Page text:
When it comes to touring they allow the heel piece to move freely off the ski, pivoting from the front of the boot & binding so you can skin uphill. These bindings should work with all alpine ski boots using ISO/DIN 5355 and in most cases work with AT boots that have ISO/DIN 9523, however, there are exceptions to this so it’s always worth checking before you buy.

While they ski very similar to normal alpine bindings, the stiff frame part can affect the flex of the ski, particularly if you have larger feet. They also add a bit of ‘stack height’ to the binding which is good if you want to get over on an edge but can put pressure on your knees and reduce the underfoot sensation of what the ski is doing.

Frame bindings are available from Salomon, Atomic, Marker and Diamir.

Touring boots

Boots fall into one of three categories for touring – Alpine, Touring and Race.

Alpine boots are regular ski boots, these can only fit into frame type touring bindings and are not specifically designed for touring. Boots with a ‘walk mode’ tend to work better for touring as they can be switched to improve flexibility for uphill skinning.

Touring boots are designed to be comfortable and efficient going uphill and have a dedicated ‘walk mode’ for this purpose. They are generally lighter than regular ski boots and have metal toe piece and heel inserts to fit into pin bindings. The also tend to have a curved or ‘rockered’ sole which means they can’t fit into normal downhill ski bindings but should fit most frame touring bindings (there are exceptions so please check). Lighter boots are better for hut-to-hut or expedition touring but freetour boots give better control and power for downhill skiing.

Race boots, like the skis and bindings, are ultralight and designed for speed rather than comfort or durability so shouldn’t be used for regular touring.

Touring skins

Skins attach to the bottom of your skis in order to provide traction when travelling uphill. They attach via clips and usually a glue on the surface facing the ski base. There are various materials used, including mohair and/or synthetics to create a directional fabric that glides forward but stops the ski from slipping backwards. Most skins can be cut to fit the skis or splitboard you are using, some feature universal clips to attach at the tip of the ski and often the tail too. Some manufacturers have skin systems that clip on to special inserts in the skis. Skins need to be taken care of in order to function correctly and last a reasonable amount of time. Caring for them includes drying them out properly after use and storing them the right way in your backpack or pockets as well as reproofing if they start to absorb water in use. Synthetic skins tend to be more durable and less prone to water ingress whilst mohair tend to glide better, pack smaller and weigh less. You can get blends of materials for the advantages of both. SkiMo racers tend to trim their skins to cover only the first 1/2 to 3/4 of the ski, this makes the easier to remove in transition, lighter weight and smoother to glide on flatter sections.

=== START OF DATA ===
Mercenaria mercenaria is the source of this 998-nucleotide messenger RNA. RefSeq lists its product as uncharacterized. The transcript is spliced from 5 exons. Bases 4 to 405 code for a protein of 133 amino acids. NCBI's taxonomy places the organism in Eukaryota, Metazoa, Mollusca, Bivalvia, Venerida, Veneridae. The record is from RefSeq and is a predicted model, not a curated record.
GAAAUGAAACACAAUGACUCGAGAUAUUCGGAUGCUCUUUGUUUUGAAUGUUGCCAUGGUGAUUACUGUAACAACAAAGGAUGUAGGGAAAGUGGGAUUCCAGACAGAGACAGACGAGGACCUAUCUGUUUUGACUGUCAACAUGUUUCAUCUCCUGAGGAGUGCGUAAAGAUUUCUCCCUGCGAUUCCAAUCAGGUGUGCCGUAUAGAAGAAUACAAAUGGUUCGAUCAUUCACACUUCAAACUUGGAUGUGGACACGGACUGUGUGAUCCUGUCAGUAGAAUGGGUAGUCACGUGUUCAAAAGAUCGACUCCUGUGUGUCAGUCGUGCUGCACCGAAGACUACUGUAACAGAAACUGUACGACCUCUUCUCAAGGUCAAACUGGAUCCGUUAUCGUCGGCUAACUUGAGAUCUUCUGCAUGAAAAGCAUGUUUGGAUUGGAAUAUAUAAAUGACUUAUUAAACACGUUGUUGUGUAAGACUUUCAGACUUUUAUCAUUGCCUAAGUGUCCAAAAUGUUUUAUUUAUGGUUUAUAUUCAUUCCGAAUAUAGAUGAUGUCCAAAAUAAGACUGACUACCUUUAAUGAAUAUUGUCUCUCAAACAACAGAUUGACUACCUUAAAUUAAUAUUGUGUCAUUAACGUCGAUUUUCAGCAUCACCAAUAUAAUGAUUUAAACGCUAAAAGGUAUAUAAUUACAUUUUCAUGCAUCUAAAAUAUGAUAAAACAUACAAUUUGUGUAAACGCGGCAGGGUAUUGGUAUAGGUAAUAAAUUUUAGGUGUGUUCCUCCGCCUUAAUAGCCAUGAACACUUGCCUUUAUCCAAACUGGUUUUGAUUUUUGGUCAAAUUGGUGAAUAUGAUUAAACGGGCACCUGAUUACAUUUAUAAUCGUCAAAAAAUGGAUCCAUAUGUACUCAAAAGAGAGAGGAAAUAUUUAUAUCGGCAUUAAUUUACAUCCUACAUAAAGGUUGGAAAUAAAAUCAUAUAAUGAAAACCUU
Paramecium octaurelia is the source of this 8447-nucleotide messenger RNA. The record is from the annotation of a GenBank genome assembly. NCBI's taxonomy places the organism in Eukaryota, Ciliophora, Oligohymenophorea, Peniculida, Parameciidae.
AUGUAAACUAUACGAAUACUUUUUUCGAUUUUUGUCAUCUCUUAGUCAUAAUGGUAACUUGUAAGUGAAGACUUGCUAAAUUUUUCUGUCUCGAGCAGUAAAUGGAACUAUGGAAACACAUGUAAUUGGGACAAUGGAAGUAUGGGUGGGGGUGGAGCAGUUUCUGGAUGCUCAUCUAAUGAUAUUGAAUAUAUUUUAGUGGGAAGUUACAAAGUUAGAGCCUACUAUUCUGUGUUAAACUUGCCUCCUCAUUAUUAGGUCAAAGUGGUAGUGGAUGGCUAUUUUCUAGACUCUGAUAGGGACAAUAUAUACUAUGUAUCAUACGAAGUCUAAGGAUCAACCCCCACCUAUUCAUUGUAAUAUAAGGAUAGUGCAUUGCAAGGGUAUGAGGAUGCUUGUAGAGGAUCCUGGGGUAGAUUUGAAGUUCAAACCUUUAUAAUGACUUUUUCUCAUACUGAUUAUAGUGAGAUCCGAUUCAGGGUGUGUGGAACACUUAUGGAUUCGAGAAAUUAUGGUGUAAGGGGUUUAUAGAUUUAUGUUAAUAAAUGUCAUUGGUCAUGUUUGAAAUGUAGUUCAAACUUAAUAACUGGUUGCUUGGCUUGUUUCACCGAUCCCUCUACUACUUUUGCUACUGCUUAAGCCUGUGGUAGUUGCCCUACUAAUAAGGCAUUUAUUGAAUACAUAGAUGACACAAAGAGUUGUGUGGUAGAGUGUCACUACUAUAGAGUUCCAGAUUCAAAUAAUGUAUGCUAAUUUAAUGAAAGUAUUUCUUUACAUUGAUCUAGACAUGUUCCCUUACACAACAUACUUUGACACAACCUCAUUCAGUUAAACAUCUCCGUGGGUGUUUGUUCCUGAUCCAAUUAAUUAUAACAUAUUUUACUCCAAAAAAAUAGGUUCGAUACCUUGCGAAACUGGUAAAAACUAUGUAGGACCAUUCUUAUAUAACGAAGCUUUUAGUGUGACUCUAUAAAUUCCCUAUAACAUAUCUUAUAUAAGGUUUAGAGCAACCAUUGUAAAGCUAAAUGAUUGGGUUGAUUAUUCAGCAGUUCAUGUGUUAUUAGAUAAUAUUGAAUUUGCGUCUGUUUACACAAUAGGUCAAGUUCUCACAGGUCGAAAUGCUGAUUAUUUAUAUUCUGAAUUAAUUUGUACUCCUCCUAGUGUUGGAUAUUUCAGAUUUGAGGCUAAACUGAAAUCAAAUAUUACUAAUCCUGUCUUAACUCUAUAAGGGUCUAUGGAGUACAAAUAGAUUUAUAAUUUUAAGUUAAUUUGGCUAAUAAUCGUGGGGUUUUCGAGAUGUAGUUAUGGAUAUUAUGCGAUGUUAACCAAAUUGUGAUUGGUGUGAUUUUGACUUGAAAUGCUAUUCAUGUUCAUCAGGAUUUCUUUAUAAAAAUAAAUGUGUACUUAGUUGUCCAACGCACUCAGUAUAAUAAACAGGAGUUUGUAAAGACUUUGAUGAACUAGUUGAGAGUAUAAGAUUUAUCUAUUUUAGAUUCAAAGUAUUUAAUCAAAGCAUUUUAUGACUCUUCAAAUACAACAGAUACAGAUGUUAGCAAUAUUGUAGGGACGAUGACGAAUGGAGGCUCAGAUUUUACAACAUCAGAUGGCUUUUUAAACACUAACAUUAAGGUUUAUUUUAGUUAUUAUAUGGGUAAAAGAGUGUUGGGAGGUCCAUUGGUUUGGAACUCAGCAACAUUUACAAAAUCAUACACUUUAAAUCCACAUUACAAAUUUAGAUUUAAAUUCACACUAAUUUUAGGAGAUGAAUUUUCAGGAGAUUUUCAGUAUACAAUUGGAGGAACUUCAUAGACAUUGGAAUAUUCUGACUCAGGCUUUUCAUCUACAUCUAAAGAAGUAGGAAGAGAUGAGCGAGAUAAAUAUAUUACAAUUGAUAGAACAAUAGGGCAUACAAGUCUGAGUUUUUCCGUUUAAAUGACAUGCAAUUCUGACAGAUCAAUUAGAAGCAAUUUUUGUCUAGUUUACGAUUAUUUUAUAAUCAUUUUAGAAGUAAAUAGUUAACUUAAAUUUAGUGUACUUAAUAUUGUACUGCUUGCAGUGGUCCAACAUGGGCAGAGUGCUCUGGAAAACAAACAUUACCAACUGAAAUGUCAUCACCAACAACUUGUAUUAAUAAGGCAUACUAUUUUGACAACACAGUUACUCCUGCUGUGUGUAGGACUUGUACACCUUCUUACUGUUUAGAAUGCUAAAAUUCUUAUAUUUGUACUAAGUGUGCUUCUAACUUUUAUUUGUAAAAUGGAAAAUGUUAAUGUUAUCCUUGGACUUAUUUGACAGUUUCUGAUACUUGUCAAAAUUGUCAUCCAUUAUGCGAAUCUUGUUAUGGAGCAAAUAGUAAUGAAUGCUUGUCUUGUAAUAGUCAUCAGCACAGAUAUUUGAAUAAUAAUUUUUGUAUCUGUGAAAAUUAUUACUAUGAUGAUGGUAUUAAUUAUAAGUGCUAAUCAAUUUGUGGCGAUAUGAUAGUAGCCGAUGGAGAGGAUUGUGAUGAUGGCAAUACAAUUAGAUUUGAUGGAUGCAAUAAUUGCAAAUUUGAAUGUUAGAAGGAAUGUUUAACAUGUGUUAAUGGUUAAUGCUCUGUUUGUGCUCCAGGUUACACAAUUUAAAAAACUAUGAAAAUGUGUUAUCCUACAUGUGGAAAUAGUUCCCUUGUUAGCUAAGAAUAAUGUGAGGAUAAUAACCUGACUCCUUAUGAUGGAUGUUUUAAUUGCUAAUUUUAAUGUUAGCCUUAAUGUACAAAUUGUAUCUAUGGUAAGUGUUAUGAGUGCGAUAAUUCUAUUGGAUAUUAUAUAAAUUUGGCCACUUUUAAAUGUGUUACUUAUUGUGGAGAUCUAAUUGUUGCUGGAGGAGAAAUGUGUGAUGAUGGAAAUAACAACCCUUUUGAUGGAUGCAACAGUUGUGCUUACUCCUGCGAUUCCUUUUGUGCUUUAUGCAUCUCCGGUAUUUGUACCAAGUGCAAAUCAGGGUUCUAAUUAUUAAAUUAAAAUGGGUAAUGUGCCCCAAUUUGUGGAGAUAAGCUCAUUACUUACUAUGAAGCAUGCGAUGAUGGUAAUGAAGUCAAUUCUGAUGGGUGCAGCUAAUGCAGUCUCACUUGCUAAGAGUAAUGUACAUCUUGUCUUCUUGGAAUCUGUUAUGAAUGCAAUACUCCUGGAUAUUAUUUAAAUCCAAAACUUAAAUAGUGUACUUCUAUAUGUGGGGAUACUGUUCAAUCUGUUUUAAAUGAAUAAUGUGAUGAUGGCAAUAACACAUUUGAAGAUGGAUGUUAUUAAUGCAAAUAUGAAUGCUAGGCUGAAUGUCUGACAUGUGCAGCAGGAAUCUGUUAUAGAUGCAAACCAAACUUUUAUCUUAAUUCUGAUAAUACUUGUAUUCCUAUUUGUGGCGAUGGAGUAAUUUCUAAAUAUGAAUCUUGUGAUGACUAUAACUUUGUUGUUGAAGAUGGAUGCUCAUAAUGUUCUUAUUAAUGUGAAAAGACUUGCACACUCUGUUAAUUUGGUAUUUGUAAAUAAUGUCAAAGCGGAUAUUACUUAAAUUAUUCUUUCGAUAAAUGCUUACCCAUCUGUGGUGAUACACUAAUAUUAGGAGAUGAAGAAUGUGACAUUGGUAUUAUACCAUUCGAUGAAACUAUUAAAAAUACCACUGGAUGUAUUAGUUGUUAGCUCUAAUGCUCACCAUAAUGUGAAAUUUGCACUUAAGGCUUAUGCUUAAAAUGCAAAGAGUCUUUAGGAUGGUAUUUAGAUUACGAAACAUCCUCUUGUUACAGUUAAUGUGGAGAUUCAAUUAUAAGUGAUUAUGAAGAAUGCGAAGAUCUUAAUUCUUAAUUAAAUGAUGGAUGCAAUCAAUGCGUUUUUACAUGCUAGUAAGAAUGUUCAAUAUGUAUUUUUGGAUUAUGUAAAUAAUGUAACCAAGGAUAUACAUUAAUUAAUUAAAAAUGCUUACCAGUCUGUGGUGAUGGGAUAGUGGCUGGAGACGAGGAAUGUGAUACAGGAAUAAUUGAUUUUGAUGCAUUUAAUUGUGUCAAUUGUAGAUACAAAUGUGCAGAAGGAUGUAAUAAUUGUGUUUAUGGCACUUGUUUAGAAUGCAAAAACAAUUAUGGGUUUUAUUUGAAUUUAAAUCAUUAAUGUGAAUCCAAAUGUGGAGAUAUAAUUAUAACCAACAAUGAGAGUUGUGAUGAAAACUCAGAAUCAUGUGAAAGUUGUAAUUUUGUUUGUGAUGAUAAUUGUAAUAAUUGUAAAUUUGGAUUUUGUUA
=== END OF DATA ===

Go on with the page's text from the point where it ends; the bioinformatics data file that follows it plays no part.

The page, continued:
Touring poles

If you are doing a lot of skinning where the slope angle changes then dedicated touring poles are a must. Touring poles are telescopic, so you can adjust the length on the fly, going along the flat – raise them for better leverage, traversing – drop one side for better balance. If you are splitboarding they are also an essential and many models pack down to under 50cm to stash on your backpack for the descent.

Other touring equipment

Depending on the type of touring you will be doing there are several essentials for safe and enjoyable skiing or splitboarding. For any off piste activity, you should take an avalanche transceiver, probe and metal shovel.

A backpack is useful to carry this, plus your skis when it gets too steep to skin, if your budget allows then airbag equipped packs are becoming increasingly popular for backcountry safety.

Ropes, harnesses and ice screws are among other safety recommendations for crevasse and other rescue situations but knowing what to do with them is just as important as owning them.

 

For more information on off piste skiing and snowboarding check out our guide here – The Ski Club guide to off piste.

If you would like to get into touring why not join one of our Introduction to Touring trips with Freshtracks where you can learn off piste safety, touring skills and mountain navigation. There are also trips available for more experienced tourers with both Freshtracks and Mountain Tracks.